Prerequisite: PA110 or completion of 30 credits.
This course introduces students to the basics of preaching in terms of its contents and methods. While discussing the central elements of constructing a sermon, it aims to explore the effective and holistic ways of how the sermon can be delivered. With the participation of invited preachers who are in ministry, students will also gain practical and pastoral insights on preaching. Students will be granted opportunity to demonstrate their preaching as a mutual learning experience.
HA/SA382: Learning Circle II: United Church History, Theology and Polity
Feb. 25 - March 5, 2019 (D. Schweitzer)
Prerequisites: HA/HL 111/112, SA113, their equivalents or permission of the instructor. This course can be audited (half cost).
This 4 credit course explores the history, theology and ethos of the United Church through an overview of where the United Church has been and how it has got to where it is now. Students will gain an enriched understanding of how the United Church was formed, the journey it has traveled to the present, how it is organized and how it polity functions.
Graduate Level Course in Conjunction with ReJUNEvation
June 17 - 21, 2019 (D. Schweitzer)
Prerequisite: An introductory course in theology is an expected prerequisite for participation in the course. A limited number of spaces will be available for those wishing to audit the course (half cost).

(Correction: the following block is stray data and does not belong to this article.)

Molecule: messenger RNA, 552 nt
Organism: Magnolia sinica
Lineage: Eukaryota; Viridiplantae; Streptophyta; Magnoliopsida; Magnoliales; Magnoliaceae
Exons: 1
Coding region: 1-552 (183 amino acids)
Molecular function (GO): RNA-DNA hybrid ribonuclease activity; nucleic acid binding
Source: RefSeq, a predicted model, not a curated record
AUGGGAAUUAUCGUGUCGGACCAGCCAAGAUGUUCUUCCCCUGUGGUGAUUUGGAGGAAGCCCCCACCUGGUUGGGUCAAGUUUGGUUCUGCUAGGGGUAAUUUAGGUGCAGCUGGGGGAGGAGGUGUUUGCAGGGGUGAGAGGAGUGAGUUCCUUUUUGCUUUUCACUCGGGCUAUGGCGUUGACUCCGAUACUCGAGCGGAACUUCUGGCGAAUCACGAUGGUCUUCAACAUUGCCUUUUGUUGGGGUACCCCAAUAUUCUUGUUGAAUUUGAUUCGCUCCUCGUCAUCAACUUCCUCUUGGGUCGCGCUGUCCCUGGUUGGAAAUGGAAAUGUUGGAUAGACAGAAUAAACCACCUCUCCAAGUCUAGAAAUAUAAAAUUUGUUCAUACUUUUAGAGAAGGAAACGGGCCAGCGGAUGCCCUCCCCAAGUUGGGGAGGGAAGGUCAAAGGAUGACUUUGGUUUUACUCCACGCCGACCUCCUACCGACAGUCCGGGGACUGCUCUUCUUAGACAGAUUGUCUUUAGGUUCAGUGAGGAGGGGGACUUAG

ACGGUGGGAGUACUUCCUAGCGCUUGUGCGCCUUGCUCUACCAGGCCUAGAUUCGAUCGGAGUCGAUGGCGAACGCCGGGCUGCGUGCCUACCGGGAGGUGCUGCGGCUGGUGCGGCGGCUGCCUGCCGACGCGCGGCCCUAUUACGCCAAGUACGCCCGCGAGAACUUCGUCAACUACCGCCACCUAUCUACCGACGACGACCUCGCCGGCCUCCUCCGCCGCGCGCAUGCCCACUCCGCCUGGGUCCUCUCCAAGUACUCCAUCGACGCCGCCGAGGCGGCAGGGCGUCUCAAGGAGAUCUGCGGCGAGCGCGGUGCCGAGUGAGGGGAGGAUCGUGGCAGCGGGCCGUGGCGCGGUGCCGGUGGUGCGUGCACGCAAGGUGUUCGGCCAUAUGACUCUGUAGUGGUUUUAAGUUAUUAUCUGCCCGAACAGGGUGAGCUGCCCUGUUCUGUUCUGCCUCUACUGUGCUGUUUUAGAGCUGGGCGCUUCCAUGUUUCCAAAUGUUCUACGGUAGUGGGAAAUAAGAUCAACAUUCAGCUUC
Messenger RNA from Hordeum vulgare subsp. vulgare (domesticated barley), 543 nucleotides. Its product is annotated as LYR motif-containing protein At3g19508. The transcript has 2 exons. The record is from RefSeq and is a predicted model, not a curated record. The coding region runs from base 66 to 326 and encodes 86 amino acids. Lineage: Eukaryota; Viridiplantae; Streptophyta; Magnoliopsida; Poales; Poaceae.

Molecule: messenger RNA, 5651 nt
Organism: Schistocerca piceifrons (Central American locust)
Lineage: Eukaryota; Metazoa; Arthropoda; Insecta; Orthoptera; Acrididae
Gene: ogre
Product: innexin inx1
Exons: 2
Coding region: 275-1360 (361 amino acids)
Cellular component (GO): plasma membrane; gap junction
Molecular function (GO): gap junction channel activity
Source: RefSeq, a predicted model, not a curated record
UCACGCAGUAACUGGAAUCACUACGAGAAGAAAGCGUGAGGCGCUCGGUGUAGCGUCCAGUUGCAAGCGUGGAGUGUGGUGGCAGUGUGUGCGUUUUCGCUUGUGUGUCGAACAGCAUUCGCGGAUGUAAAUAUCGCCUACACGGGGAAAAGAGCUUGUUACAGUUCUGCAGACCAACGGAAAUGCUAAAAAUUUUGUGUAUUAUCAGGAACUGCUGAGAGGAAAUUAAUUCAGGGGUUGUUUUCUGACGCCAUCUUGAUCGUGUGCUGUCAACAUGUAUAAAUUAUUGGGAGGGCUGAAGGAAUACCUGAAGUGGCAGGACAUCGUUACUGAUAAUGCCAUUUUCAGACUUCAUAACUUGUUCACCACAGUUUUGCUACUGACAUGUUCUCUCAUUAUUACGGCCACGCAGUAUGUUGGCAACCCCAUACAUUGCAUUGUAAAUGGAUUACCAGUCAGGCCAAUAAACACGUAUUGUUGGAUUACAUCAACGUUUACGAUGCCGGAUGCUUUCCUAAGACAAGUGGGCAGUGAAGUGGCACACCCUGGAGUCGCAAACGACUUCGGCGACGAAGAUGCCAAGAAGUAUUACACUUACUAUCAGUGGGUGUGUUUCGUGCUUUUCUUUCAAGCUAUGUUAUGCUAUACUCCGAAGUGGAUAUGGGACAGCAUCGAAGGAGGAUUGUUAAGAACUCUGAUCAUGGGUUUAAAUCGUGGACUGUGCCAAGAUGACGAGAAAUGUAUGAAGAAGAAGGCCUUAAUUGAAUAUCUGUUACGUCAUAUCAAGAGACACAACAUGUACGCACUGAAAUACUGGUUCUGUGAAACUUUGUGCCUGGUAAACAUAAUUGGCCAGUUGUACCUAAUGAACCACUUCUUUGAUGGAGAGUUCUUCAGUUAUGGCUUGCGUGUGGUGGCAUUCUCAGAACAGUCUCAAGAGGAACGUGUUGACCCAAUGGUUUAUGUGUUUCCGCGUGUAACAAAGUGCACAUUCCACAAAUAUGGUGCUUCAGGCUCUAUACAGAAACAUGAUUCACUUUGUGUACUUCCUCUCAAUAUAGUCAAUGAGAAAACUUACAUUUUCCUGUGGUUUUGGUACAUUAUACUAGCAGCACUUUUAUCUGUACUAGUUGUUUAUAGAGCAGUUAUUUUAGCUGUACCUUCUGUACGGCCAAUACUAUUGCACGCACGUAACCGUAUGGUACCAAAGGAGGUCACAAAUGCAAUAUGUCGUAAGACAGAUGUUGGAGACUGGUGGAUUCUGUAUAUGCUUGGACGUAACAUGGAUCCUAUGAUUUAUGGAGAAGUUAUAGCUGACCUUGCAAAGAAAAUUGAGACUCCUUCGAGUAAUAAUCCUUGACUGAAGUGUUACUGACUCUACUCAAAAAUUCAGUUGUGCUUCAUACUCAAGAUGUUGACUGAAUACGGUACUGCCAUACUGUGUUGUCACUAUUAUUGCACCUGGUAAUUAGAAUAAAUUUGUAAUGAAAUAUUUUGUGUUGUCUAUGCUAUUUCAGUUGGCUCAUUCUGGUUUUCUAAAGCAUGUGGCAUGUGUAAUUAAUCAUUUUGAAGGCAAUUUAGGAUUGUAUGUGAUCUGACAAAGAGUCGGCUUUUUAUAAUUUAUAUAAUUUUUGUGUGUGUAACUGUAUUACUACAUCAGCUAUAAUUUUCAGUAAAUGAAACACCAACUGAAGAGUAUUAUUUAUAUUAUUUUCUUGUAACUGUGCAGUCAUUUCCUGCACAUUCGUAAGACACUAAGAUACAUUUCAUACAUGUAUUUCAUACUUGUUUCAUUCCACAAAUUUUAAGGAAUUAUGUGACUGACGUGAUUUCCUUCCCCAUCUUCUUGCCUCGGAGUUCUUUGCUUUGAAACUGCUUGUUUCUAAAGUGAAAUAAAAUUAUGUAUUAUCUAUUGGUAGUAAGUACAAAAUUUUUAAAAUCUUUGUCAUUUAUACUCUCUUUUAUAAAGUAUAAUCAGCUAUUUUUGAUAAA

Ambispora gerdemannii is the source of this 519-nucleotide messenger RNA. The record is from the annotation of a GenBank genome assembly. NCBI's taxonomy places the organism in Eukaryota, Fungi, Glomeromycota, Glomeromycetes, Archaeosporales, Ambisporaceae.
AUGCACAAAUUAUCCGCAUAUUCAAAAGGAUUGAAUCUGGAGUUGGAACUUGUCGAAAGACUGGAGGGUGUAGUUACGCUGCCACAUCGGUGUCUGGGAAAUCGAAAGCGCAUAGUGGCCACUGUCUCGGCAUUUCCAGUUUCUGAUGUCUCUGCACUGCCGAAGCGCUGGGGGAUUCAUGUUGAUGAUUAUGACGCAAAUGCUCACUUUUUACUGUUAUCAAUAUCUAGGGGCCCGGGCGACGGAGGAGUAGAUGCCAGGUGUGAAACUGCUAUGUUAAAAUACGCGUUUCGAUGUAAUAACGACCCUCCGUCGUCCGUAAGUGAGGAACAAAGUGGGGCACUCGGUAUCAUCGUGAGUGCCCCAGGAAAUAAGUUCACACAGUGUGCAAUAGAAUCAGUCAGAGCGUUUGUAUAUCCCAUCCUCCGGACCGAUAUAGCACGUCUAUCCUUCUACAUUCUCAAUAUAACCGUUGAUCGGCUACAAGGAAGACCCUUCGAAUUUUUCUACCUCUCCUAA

Course description and details in development.
Online Courses Fall 2018
SA013/113 online: Introduction to Christian Theology
Online: Sept. 10 - Dec. 7, 2018 (D. Schweitzer)
An introduction to major themes of Christian theology: God, creation, human nature, Christ, salvation, the community of faith, and the goal of salvation history. These themes are studied in the context of issues such as the irruption of difference in terms of race, gender, sexual orientation, the impact of globalization, the ecological crises and the changing places of churches in Western societies. The overarching goal of the course is to help students interpret the Christian faith in relation to life in the contemporary world.
SA052/152 online: Introduction to Christian Ethics
Online: Sept. 10 - Dec. 7, 2018 (L. Caldwell)
In this introductory course, learn about methods for analyzing moral arguments and responding to ethical dilemmas through a study of diverse traditions in Christian ethics. Explore the roles of Scripture, tradition, reason and experience as sources for ethical discernment and develop a reflective and critical approach to naming and responding to contemporary ethical issues.
BE055/155 online: Early Christian Scriptures I
Online: Sept. 10 - Dec. 7, 2018 (W. Richards)